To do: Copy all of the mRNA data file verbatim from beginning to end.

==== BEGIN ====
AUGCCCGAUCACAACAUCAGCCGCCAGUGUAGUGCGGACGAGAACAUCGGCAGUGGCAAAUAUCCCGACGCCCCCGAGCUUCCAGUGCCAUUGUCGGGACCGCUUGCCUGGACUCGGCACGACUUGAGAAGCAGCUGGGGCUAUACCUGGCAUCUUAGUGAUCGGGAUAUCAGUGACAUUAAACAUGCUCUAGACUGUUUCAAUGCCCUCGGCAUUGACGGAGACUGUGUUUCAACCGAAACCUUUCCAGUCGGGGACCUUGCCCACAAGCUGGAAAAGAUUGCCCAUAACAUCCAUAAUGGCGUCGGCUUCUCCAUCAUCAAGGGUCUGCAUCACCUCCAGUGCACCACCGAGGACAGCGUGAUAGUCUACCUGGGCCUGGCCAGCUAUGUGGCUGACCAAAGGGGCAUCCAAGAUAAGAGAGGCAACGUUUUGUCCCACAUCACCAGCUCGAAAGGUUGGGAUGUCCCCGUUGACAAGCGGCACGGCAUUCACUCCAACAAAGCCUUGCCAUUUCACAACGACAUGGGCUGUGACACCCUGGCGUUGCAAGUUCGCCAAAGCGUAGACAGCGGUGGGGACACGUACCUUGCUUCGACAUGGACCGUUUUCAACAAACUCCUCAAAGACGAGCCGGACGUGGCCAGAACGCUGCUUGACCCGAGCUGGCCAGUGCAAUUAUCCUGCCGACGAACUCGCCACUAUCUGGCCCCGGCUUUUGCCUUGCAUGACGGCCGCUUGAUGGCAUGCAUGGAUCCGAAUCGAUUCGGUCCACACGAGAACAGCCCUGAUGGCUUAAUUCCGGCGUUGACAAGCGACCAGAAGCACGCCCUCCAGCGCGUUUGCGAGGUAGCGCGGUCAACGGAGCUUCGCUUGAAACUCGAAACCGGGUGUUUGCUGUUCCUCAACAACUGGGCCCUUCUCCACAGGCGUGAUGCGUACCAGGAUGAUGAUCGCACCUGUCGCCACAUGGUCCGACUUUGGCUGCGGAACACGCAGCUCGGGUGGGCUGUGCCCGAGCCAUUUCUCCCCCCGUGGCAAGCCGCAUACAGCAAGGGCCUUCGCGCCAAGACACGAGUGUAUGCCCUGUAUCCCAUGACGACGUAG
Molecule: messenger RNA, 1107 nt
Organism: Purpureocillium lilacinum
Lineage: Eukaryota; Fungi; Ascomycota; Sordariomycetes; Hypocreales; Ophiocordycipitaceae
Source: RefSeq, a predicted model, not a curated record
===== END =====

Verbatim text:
AUGCCCGAUCACAACAUCAGCCGCCAGUGUAGUGCGGACGAGAACAUCGGCAGUGGCAAAUAUCCCGACGCCCCCGAGCUUCCAGUGCCAUUGUCGGGACCGCUUGCCUGGACUCGGCACGACUUGAGAAGCAGCUGGGGCUAUACCUGGCAUCUUAGUGAUCGGGAUAUCAGUGACAUUAAACAUGCUCUAGACUGUUUCAAUGCCCUCGGCAUUGACGGAGACUGUGUUUCAACCGAAACCUUUCCAGUCGGGGACCUUGCCCACAAGCUGGAAAAGAUUGCCCAUAACAUCCAUAAUGGCGUCGGCUUCUCCAUCAUCAAGGGUCUGCAUCACCUCCAGUGCACCACCGAGGACAGCGUGAUAGUCUACCUGGGCCUGGCCAGCUAUGUGGCUGACCAAAGGGGCAUCCAAGAUAAGAGAGGCAACGUUUUGUCCCACAUCACCAGCUCGAAAGGUUGGGAUGUCCCCGUUGACAAGCGGCACGGCAUUCACUCCAACAAAGCCUUGCCAUUUCACAACGACAUGGGCUGUGACACCCUGGCGUUGCAAGUUCGCCAAAGCGUAGACAGCGGUGGGGACACGUACCUUGCUUCGACAUGGACCGUUUUCAACAAACUCCUCAAAGACGAGCCGGACGUGGCCAGAACGCUGCUUGACCCGAGCUGGCCAGUGCAAUUAUCCUGCCGACGAACUCGCCACUAUCUGGCCCCGGCUUUUGCCUUGCAUGACGGCCGCUUGAUGGCAUGCAUGGAUCCGAAUCGAUUCGGUCCACACGAGAACAGCCCUGAUGGCUUAAUUCCGGCGUUGACAAGCGACCAGAAGCACGCCCUCCAGCGCGUUUGCGAGGUAGCGCGGUCAACGGAGCUUCGCUUGAAACUCGAAACCGGGUGUUUGCUGUUCCUCAACAACUGGGCCCUUCUCCACAGGCGUGAUGCGUACCAGGAUGAUGAUCGCACCUGUCGCCACAUGGUCCGACUUUGGCUGCGGAACACGCAGCUCGGGUGGGCUGUGCCCGAGCCAUUUCUCCCCCCGUGGCAAGCCGCAUACAGCAAGGGCCUUCGCGCCAAGACACGAGUGUAUGCCCUGUAUCCCAUGACGACGUAG
Molecule: messenger RNA, 1107 nt
Organism: Purpureocillium lilacinum
Lineage: Eukaryota; Fungi; Ascomycota; Sordariomycetes; Hypocreales; Ophiocordycipitaceae
Source: RefSeq, a predicted model, not a curated record